Faculty teach neuroscience to high school students in innovative program

Seeing a zebrafish’s ears glow is fascinating, but being the person who actually makes the ears glow ups the “cool factor” of the experience exponentially. Now, five high school students can proudly add this skill to their résumés after taking part in The Cleveland Neuroscientists and Innovators Program (CNIP), a brand-new two-week neuroscience program at Case Western Reserve University and University Hospitals Case Medical Center.

The students—from Shaker Heights High School, University School and John Hay Campus as well as Hart High School in California—are finishing up the program, in which they study hearing in zebrafish. The multidisciplinary approach includes labs and lectures led by faculty members and researchers across different departments from the Case Western Reserve, the School of Medicine, The Cleveland Museum of Natural History, as well as a teacher from John Hay and input from The Center for Science and Mathematics Education at CWRU.

“It’s basically a boot camp introduction to the scientific world,” said Brian McDermott, assistant professor in the Department of Otolaryngology, who developed the program to get students interested in science, research, and higher education—and to connect students from different neighborhoods.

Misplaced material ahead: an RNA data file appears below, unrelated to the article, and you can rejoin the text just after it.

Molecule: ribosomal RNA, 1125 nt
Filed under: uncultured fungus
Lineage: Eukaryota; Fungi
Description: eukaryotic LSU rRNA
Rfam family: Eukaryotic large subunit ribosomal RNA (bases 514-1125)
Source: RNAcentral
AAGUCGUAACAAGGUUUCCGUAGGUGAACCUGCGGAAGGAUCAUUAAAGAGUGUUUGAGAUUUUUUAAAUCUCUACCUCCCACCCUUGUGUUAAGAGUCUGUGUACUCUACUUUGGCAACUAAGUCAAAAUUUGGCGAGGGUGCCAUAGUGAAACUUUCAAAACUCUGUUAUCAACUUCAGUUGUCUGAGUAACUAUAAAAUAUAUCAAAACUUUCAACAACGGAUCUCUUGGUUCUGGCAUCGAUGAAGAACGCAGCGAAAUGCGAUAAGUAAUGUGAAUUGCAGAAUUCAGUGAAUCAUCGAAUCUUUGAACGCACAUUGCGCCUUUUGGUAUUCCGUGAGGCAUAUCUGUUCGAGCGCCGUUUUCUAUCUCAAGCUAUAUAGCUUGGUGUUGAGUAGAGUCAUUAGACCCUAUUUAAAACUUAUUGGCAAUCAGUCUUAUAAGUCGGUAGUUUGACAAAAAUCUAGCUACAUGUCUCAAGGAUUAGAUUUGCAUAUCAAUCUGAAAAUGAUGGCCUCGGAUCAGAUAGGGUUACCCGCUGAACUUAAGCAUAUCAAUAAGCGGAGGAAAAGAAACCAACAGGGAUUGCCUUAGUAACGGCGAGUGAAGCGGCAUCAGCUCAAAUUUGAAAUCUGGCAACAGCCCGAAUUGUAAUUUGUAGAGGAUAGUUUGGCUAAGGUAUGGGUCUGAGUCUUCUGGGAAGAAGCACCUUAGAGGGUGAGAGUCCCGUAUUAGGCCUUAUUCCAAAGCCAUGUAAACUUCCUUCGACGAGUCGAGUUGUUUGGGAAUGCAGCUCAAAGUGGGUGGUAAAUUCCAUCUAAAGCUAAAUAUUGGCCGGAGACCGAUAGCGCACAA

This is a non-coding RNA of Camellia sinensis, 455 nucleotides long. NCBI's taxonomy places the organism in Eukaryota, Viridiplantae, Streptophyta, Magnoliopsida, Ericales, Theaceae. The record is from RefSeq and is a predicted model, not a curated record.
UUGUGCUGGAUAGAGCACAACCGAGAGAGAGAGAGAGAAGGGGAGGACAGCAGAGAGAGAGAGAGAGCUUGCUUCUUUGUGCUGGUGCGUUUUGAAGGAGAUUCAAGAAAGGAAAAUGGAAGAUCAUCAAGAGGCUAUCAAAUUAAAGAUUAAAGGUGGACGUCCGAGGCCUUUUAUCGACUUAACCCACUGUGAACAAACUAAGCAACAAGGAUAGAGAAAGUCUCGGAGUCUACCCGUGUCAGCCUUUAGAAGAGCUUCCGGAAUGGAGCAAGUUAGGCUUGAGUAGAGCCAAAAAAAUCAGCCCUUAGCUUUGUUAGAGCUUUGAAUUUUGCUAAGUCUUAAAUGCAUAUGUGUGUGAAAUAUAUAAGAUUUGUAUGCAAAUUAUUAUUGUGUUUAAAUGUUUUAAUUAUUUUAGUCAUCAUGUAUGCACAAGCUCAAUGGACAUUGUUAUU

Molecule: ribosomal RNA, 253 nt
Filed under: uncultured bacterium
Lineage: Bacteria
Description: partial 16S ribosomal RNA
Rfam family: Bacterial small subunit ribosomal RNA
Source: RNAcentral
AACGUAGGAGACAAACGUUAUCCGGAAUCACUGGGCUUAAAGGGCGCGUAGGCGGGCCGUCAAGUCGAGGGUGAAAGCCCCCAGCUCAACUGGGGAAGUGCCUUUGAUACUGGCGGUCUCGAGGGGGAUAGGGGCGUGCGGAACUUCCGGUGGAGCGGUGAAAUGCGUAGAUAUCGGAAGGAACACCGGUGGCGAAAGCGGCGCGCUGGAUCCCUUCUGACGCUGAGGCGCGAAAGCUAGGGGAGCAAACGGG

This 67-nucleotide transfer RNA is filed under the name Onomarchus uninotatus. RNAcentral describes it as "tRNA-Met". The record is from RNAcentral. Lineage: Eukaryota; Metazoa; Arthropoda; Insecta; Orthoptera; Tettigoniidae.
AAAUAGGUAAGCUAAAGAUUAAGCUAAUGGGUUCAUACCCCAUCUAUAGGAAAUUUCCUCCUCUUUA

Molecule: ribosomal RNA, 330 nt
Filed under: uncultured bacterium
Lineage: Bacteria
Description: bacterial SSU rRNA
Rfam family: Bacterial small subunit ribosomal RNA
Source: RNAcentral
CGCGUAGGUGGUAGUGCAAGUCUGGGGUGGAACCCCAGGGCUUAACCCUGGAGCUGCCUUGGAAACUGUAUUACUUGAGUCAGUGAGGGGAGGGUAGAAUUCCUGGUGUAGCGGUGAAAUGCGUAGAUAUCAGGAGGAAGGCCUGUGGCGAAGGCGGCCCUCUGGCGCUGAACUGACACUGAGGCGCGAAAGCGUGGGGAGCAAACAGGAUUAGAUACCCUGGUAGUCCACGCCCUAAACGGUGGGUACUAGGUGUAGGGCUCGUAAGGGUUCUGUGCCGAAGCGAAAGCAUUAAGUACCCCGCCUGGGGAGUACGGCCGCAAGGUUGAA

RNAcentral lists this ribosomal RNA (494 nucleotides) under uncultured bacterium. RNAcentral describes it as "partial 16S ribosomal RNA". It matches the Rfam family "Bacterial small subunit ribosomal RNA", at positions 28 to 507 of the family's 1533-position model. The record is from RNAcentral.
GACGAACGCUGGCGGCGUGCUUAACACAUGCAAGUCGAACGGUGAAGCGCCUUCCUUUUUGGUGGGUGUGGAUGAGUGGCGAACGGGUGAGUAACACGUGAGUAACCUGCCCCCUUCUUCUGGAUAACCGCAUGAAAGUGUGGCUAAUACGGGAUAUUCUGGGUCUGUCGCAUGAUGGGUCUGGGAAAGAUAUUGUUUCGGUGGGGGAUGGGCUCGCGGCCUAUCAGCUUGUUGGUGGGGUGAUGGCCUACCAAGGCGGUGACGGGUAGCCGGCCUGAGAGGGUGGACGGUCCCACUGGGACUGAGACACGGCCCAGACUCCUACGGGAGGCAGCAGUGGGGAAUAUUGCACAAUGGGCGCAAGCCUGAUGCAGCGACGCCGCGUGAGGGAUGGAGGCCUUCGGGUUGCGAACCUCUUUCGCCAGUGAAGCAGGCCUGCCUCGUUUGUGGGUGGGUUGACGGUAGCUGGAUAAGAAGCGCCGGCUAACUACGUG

During the two-week program, which runs daily from 9 a.m. to 3:30 p.m., students attend lectures led by professors and spend hands-on time working with the fish. The instruction teaches them how to make transgenic zebrafish that have cells in their ears that glow. The bestowed glowing properties allow the students to then conduct scientific experiments to better understand hearing (fish and humans share the same genes that, if damaged, cause deafness).

For homework, the students get social, sharing their daily written reports in a Facebook group and uploading video blogs.

Manuel Mendoza—the high school teacher McDermott and the principal of the Cleveland School of Science and Medicine at John Hay recruited to attend the program—moderates the online reports and is present in the classroom each day, helping break down academia speak into high-school-friendly terms.

“The kids are really processing the information well, and they’re getting to know what a college lecture is really like,” Mendoza said. “I can really, truly say they’re excited about learning.”

But it’s not only the students who are learning throughout the program. Mendoza is gaining his fair share of new knowledge and teaching techniques, and he plans to take the lessons back to John Hay to share with all his students.

Additionally, McDermott said: “It’s a discovery process for all of us. We’re not professional educators of high school students, so we’re learning as well and becoming more effective communicators.”